Tuesday, April 14, 2015

Talking To Kids About Sex

I was never mentored as a child about sex, so I feel this is my opportunity to help the young teens know what is to come. I understand that my folks could have indeed done better with the subject of my body and sex education. It saddens me when I hear ridiculous tales and riddles parents tell their children these days on the matter of sex.

Talking with children about sex and sexuality may be uncomfortable at first, but it gets easier with time and practice. What many fail to realize is that children will still get this information, but more often than not, they will get absolutely wrong ideas and details, and these details in turn will shape their attitudes and orientation toward sex.

The talk os sex is one that parents often put off as long as possible. But learning about sexuality is a normal part of child development. The French aren't paragons of sex education. Though schools are required to teach it. Now and days, you have to take on the conversation about sex early in life.

Parents these days need to accept that we live in a highly sexualized environment, where our children are exposed to sexual language, images, and behaviors before they are even developmentally prepared to handle them. As a parent, you are the best person to educate your child about sexuality.

Therefore, they need to be fed with the right information. As a parent, you can make a difference in your child’s life as to whether they will have the right sexual principles and values. Talk with your kids, develop strong relationships with them, and help them set clear boundaries and expectations about sex and their bodies.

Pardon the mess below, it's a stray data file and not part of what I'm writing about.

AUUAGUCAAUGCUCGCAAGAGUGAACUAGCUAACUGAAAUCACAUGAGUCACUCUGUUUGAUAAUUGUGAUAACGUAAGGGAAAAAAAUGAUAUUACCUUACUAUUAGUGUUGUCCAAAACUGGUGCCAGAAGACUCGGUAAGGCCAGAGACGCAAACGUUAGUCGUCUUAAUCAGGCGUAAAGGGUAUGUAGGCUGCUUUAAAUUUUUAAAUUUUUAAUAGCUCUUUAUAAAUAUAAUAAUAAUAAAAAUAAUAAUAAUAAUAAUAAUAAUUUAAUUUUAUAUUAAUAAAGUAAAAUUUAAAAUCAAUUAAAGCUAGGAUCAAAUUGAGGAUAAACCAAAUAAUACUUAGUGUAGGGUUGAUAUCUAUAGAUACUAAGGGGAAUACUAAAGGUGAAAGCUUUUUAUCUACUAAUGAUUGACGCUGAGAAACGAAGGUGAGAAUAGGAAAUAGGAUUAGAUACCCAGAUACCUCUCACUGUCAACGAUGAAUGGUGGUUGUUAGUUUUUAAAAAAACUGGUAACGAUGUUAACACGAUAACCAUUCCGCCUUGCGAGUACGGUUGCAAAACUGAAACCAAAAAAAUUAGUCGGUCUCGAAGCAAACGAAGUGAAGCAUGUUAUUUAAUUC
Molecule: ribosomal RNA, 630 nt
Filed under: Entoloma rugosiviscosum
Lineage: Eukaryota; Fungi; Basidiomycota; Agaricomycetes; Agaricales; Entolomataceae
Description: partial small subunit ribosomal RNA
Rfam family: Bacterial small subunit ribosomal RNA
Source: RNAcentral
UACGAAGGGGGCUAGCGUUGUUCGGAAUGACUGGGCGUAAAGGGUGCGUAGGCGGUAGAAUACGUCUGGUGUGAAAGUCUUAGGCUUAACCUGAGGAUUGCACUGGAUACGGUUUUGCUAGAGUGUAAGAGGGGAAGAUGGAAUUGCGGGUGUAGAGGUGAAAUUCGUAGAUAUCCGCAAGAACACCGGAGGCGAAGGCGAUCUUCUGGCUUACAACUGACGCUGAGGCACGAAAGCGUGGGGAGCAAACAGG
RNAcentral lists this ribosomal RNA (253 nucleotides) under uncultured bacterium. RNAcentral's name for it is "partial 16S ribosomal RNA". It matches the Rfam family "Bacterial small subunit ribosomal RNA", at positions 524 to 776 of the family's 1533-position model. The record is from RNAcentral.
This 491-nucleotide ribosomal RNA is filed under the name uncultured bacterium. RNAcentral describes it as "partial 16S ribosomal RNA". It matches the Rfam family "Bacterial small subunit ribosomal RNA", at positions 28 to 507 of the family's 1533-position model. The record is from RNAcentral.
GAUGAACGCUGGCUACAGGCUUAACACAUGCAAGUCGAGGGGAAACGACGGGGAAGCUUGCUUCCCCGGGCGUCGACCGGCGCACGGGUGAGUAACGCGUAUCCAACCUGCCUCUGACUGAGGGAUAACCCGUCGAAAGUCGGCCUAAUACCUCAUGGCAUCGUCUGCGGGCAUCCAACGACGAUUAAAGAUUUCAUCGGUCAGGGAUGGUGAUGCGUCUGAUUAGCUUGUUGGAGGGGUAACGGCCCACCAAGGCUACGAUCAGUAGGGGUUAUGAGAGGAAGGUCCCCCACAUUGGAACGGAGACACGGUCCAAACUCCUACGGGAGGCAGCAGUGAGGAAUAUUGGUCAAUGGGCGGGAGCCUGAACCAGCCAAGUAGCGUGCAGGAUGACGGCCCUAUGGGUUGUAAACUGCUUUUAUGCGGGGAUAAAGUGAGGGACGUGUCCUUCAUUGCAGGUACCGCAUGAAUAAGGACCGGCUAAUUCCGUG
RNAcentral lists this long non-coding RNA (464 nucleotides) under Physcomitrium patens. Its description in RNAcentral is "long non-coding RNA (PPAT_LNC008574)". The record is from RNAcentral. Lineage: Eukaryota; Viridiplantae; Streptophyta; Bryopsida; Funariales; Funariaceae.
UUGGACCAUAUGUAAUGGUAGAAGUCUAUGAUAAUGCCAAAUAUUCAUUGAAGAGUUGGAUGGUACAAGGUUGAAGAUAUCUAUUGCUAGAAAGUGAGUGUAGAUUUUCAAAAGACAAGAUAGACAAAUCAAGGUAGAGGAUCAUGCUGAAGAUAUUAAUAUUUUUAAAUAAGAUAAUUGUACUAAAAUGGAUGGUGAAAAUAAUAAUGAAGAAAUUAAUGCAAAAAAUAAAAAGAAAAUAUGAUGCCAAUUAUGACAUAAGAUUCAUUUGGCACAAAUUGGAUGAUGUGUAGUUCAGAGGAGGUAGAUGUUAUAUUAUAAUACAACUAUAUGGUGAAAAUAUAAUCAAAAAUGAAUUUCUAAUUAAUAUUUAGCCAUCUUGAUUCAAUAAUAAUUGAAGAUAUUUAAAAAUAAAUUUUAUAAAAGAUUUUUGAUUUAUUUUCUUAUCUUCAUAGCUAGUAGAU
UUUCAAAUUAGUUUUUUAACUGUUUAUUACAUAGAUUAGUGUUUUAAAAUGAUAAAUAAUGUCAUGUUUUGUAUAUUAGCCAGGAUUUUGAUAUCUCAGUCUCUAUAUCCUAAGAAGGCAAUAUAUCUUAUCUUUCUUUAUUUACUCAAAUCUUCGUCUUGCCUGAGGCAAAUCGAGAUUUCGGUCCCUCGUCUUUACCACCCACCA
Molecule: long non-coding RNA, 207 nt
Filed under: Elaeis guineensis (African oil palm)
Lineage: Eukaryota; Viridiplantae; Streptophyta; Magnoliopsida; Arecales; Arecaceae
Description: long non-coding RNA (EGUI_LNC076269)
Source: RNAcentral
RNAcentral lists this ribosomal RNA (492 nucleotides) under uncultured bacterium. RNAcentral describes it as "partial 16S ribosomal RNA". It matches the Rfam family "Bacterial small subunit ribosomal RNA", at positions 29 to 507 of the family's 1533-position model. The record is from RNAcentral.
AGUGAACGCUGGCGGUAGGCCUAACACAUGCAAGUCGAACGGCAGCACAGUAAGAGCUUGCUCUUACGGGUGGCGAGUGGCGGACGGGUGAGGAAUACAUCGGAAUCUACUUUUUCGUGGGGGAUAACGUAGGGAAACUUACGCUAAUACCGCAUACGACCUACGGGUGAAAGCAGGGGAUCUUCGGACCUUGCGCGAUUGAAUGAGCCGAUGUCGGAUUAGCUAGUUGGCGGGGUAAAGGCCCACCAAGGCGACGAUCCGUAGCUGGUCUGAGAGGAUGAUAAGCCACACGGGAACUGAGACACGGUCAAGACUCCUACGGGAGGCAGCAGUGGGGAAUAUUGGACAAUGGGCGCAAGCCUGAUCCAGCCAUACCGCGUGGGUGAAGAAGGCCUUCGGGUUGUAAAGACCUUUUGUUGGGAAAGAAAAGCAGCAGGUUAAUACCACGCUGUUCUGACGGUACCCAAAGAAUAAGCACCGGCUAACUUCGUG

Give up on the idea of presenting the subject in one big talk, you'll overwhelm your child with more bewildering and even distasteful satisfaction. As a parent, your child should understand the possible consequences of being sexually active, including pregnancy, sexually transmitted diseases, and even the emotional baggage that comes with sexual exposure.

Many parents fear that if they talk to their children about sex, that’ll make them want to do it. More often than not, though, that is not true. It’s important for children to understand what sexual feelings and relationships are before they become sexually active. That way, they have a full awareness of what they are getting in to. Studies have shown that children who have discussed sex with their parents are more likely to wait longer to begin having sex and more likely to use contraception when they do.

It’s best to start talking with children early about these things. Children are naturally curious about their bodies, and these days you have 3-year-old girls asking why they are different “down there” from their brothers or even boys at school. As parents, we need to understand that this curiosity is normal, and we should key in to it as an opportunity to start teaching them about their bodies and subsequently build a truthful, trusting relationship with them. An easy way to go about this is to make sure you never avoid a “teachable moment.”

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